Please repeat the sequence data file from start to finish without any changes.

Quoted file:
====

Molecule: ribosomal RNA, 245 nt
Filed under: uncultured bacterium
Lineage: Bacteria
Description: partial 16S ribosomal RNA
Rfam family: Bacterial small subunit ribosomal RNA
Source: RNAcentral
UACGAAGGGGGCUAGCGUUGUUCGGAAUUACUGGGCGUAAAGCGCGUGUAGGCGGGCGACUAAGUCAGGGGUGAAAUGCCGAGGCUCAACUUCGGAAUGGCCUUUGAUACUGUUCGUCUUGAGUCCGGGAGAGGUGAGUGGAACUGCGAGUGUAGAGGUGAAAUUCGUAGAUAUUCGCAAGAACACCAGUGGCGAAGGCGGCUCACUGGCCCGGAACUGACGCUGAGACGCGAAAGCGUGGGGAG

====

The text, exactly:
Molecule: ribosomal RNA, 245 nt
Filed under: uncultured bacterium
Lineage: Bacteria
Description: partial 16S ribosomal RNA
Rfam family: Bacterial small subunit ribosomal RNA
Source: RNAcentral
UACGAAGGGGGCUAGCGUUGUUCGGAAUUACUGGGCGUAAAGCGCGUGUAGGCGGGCGACUAAGUCAGGGGUGAAAUGCCGAGGCUCAACUUCGGAAUGGCCUUUGAUACUGUUCGUCUUGAGUCCGGGAGAGGUGAGUGGAACUGCGAGUGUAGAGGUGAAAUUCGUAGAUAUUCGCAAGAACACCAGUGGCGAAGGCGGCUCACUGGCCCGGAACUGACGCUGAGACGCGAAAGCGUGGGGAG